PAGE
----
I learned that my dear friend, Harland Kerr, died today in Australia—he was 91. We first met Harland and Marie in 1958 when Harland was the Principal of the summer SIL session at Belgrave Heights, in Melbourne, Victoria. Harland had received his PhD in Agricultural Science at the University of Sydney a few years earlier.

The Kerrs went to PNG in July of 1958 (we had arrived there in early March)—both of us had learned from the Lutheran Mission of a new language area opening up in the Southern Highlands and received permission from the Ialibu government office to do a survey there in August. We spent 10 days visiting Kewa and Wiru areas and made preparations for living in village areas approved by the Australian government officers at Ialibu.

Then we were together on an assignment in Rabaul in New Britain to prepare language learning lessons in Tolai, an Austronesian language. Harland and Marie had worked in Austronesian language in the Philippines for two years, prior to their assignment in PNG, so he was very familiar with similar language structures.

Harland wanted to learn Wiru monolingually and did not want the people to know that he understood or spoke Tok Pisin. I was therefore the main spokesman on our surveys, including the one in 1960 when we accompanied a government patrol into the heart of the Wiru area. During this survey Harland found the village where he and Marie would live.

Harland was an intense and brilliant linguist and language learner. His science background and his anthropological knowledge provided him with insights and methodology that were far beyond the average linguist in scope or wisdom. I learned a great deal from him.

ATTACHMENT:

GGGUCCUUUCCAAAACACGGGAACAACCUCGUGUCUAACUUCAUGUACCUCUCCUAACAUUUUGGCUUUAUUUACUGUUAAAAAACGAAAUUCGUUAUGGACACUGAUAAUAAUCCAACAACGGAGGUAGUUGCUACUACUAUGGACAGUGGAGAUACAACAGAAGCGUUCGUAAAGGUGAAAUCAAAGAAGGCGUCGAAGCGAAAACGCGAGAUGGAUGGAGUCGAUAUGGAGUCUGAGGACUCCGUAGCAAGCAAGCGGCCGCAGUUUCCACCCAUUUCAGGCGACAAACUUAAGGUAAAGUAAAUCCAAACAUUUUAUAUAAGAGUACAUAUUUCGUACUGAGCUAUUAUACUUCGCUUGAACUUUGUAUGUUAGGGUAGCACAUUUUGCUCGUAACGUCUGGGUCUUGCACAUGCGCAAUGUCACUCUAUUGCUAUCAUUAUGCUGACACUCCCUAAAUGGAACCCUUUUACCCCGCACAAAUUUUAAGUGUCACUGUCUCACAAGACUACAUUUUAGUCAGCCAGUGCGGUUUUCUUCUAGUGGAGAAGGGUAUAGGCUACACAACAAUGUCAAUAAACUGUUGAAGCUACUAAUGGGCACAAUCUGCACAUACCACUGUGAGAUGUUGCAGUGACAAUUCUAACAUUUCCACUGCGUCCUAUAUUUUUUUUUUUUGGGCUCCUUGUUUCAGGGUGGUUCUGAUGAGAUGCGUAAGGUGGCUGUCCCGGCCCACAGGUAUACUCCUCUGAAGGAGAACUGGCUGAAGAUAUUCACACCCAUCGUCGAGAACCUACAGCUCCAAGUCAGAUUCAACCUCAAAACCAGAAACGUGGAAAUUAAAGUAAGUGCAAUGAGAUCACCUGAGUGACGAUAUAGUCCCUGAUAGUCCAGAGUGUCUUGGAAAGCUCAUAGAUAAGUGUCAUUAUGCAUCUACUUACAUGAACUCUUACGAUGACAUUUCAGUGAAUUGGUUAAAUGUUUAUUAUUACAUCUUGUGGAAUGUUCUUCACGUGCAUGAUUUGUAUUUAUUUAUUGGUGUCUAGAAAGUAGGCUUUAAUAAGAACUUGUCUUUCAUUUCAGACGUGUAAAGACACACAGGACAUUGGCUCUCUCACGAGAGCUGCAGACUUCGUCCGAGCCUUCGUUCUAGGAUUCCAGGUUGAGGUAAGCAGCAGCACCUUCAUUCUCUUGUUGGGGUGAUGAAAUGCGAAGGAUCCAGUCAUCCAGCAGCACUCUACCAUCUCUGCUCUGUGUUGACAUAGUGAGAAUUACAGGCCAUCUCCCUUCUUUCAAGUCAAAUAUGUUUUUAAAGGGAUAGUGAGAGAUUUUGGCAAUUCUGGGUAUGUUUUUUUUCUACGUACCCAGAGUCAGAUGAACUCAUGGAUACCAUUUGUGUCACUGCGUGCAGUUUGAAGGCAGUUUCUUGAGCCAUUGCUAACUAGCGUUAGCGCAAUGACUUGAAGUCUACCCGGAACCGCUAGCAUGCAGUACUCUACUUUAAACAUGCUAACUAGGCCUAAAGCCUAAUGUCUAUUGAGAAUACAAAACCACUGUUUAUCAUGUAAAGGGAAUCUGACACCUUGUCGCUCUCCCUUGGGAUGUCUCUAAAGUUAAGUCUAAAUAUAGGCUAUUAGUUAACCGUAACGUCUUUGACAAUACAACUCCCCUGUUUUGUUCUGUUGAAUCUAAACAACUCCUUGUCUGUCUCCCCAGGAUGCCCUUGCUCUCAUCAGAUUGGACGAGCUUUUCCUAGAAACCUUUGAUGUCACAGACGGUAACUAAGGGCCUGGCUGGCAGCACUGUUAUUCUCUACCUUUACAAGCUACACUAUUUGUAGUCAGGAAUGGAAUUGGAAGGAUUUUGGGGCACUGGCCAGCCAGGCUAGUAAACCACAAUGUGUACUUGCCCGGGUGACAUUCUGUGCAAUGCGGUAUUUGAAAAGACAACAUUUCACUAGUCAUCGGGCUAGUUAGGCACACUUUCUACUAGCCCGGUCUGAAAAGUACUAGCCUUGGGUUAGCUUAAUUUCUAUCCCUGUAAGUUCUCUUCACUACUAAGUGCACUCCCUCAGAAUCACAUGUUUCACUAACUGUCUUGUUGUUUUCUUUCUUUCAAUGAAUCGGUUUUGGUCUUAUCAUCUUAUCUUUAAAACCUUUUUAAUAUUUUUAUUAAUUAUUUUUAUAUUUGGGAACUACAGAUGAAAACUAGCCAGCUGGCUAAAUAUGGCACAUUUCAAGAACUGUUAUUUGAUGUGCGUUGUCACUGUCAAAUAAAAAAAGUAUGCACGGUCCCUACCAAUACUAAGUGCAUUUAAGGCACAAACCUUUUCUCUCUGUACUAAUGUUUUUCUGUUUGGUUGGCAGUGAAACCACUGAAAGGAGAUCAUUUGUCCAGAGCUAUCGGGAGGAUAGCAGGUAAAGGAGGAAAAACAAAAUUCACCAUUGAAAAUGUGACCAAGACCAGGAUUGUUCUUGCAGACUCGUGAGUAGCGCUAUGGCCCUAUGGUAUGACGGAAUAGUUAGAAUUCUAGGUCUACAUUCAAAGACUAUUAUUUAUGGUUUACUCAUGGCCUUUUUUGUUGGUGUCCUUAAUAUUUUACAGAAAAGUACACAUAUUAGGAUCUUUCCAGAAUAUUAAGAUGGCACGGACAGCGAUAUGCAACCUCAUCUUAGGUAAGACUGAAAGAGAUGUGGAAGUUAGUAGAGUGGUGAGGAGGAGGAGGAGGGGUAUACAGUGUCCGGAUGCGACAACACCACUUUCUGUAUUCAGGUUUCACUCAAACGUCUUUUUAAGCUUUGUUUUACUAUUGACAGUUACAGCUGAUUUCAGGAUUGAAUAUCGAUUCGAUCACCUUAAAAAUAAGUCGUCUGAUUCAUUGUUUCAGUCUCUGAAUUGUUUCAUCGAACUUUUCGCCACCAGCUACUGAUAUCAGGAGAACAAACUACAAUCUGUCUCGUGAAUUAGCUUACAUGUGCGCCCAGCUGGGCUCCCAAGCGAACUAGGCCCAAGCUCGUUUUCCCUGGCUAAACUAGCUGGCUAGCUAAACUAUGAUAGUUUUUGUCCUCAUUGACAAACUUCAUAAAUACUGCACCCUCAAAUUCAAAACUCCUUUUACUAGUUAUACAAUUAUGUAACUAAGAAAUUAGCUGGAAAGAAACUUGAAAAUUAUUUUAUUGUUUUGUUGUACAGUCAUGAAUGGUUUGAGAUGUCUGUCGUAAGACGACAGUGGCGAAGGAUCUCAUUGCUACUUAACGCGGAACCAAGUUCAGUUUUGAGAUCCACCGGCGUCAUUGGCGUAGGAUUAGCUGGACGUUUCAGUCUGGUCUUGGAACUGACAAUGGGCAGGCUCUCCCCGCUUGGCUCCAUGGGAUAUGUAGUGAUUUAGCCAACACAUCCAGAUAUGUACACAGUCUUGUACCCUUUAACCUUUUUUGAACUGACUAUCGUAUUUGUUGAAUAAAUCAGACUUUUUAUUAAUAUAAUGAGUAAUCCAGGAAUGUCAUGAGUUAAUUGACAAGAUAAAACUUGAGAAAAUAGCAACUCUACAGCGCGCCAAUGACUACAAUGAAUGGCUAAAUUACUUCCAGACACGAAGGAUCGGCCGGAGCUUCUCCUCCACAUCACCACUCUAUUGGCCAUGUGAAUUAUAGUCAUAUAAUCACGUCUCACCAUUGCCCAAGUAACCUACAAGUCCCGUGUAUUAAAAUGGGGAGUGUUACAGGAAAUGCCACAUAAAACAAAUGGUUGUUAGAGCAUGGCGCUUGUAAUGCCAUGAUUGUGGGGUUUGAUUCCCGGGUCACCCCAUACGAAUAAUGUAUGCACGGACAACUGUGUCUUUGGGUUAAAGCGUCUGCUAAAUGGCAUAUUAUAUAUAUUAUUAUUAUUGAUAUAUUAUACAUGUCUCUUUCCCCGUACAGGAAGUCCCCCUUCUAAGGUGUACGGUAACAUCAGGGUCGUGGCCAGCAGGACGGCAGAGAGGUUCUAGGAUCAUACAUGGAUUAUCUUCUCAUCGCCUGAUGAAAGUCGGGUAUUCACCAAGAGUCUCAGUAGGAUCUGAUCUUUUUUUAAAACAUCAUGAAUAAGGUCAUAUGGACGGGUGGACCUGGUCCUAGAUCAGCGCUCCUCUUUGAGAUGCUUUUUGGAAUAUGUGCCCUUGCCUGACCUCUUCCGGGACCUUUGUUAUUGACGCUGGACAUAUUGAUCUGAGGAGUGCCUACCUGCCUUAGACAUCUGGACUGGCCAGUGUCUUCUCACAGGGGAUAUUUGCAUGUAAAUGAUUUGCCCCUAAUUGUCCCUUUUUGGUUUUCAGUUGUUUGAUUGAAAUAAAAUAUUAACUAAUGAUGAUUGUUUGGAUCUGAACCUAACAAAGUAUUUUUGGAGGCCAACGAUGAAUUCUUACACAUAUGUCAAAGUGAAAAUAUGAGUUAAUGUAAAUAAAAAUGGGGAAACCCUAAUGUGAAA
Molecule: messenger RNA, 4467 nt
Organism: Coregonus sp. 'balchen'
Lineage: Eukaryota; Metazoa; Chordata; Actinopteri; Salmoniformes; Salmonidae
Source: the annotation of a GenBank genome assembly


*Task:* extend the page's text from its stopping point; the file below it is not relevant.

Though the languages we studied were adjacent to each other, the trails were not and we rarely visited. Harland stayed with us in Muli for a week or so on one occasion and I accompanied two single women on a walk to the Kerr’s first village location, but that was the extent of our visits. We did, however, write often, and visited when we were both at Ukarumpa, our center.

Over the years Harland developed a linguistic theory and analysis that was profound and penetrating. His linguistics was built on the work of Danish linguist Louis Hjelmslev and SIL linguists Kenneth Pike and Richard Pittman, but it was unconventional in many respects. He could see the cultural and linguistic symbolism that lay beneath the linguistic forms, although he relied on hard evidence for his theory.

Harland and I often discussed his theory and he incorporated many insights from the Kewa language (and elsewhere) into his writings. For a couple of years we skyped regularly and on two occasions he (and Marie) spent time with us while we lived at Kangaroo Ground.

Because of the weighty nature of his insights and claims, Harland was reluctant to publish his theory, although he gave a preview of it in an article he wrote honoring Frank Anderson. He also published on his views on the wider relationship of Wiru and Highland languages.

The administrators of SIL did not always support Harland, especially in relation to a simple matter of choosing /t/ instead of /r/ in the Wiru orthography—hence he wrote the language name as Witu and this caused conflict over the matter between some missionaries in the Wiru area.